It may not be worth investing much into a rework to get there
though, so simply putting it all into one module sounds like
a reasonable compromise.

	Arnd
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Russell King - ARM Linux Feb. 25, 2016, 4:22 p.m. | #42
On Thu, Feb 25, 2016 at 03:04:52PM +0100, Linus Walleij wrote:
> HOWEVER: the ARM Versatile is the *only* platform I have

> seen of these that have plug'n'play for the display.


And Realview, at least Realview EB, which is the same format board as
Versatile and carries the same LCD connector.

> *All* the others

> will be very happy with *ONE* display defined as panel in the

> device tree, and off they go. Usually VGA. And that will look

> much like arch/arm/boot/dts/vexpress-v2m.dtsi already look

> like today, using "panel-dpi" to define their displays.


Versatile Express only has a DVI connector.

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Tomi Valkeinen Feb. 25, 2016, 4:45 p.m. | #43
On 25/02/16 16:04, Linus Walleij wrote:
> On Tue, Feb 23, 2016 at 2:38 PM, Tomi Valkeinen <tomi.valkeinen@ti.com> wrote:

> 

>> Maybe Versatile is different. If CLCD is only used on that board, or a

>> small family of boards, from one vendor, I guess it is maintainable to

>> have board specific driver parts for CLCD. But if CLCD can be used by

>> many vendors in many different boards, I'd steer clear of board specific

>> driver code.

> 

> OK I think at this point we would say that CLCD is a legacy driver.


Ok.

My biggest fear with this is the maintenance nightmare that comes if an
IP or panel is used in multiple SoCs and future designs. We have the
same display subsystem and panel drivers used from OMAP2 forward, and
it's been a constant struggle, so I've come to appreciate the effort to
split things up as much as possible, so that when the time comes when
the HW guys have decided to change a piece here or there, it's easier to
cope with.

Anyway, if it's likely that we're not seeing new CLCD boards, I think
it's fine if we don't go to any great lengths to clean things up there.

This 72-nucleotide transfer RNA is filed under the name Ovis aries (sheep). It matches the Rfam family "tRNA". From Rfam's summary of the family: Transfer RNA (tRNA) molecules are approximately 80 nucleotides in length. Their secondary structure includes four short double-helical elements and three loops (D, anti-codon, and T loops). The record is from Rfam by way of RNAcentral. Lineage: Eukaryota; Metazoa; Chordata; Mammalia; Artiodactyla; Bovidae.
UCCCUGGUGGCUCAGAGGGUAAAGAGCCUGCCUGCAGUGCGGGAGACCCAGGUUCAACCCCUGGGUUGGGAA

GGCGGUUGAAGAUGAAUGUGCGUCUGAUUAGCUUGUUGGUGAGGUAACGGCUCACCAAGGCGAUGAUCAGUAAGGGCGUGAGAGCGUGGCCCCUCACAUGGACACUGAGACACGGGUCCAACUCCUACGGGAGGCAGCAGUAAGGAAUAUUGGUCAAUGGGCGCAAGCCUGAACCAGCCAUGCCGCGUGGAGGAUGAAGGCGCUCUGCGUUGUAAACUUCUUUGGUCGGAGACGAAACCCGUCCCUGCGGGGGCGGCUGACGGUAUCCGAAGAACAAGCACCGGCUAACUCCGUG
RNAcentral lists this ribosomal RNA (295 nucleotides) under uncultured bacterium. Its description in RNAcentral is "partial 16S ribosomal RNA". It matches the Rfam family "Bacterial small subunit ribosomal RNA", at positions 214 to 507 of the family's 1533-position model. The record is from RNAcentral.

Let's just get it working.

> HOWEVER: the ARM Versatile is the *only* platform I have

> seen of these that have plug'n'play for the display.


Ok. And presumably no new boards will use that plug'n'play display, so
we can just consider it specific to versatile.

> *All* the others

> will be very happy with *ONE* display defined as panel in the

> device tree, and off they go. Usually VGA. And that will look


You keep mentioning VGA. So is there are VGA output? Or do you just mean
MIPI DPI panels, which happen to take the same video timings as VGA?

> I add support for doing this for the Integrator and RealView in

> the patch set, by grabbing a handle to the system controller

> where they have a few "misc registers". However if you look at

> it:

> 

> static void integrator_clcd_enable(struct clcd_fb *fb)

> {

>         struct fb_var_screeninfo *var = &fb->fb.var;

>         u32 val;

> 

>         dev_info(&fb->dev->dev, "enable Integrator CLCD connectors\n");

> 

>         val = INTEGRATOR_CLCD_LCD_STATIC1 | INTEGRATOR_CLCD_LCD_STATIC2 |

>                 INTEGRATOR_CLCD_LCD0_EN | INTEGRATOR_CLCD_LCD1_EN;

>         if (var->bits_per_pixel <= 8 ||

>             (var->bits_per_pixel == 16 && var->green.length == 5))

>                 /* Pseudocolor, RGB555, BGR555 */

>                 val |= INTEGRATOR_CLCD_LCDMUX_VGA555;

>         else if (fb->fb.var.bits_per_pixel <= 16)

>                 /* truecolor RGB565 */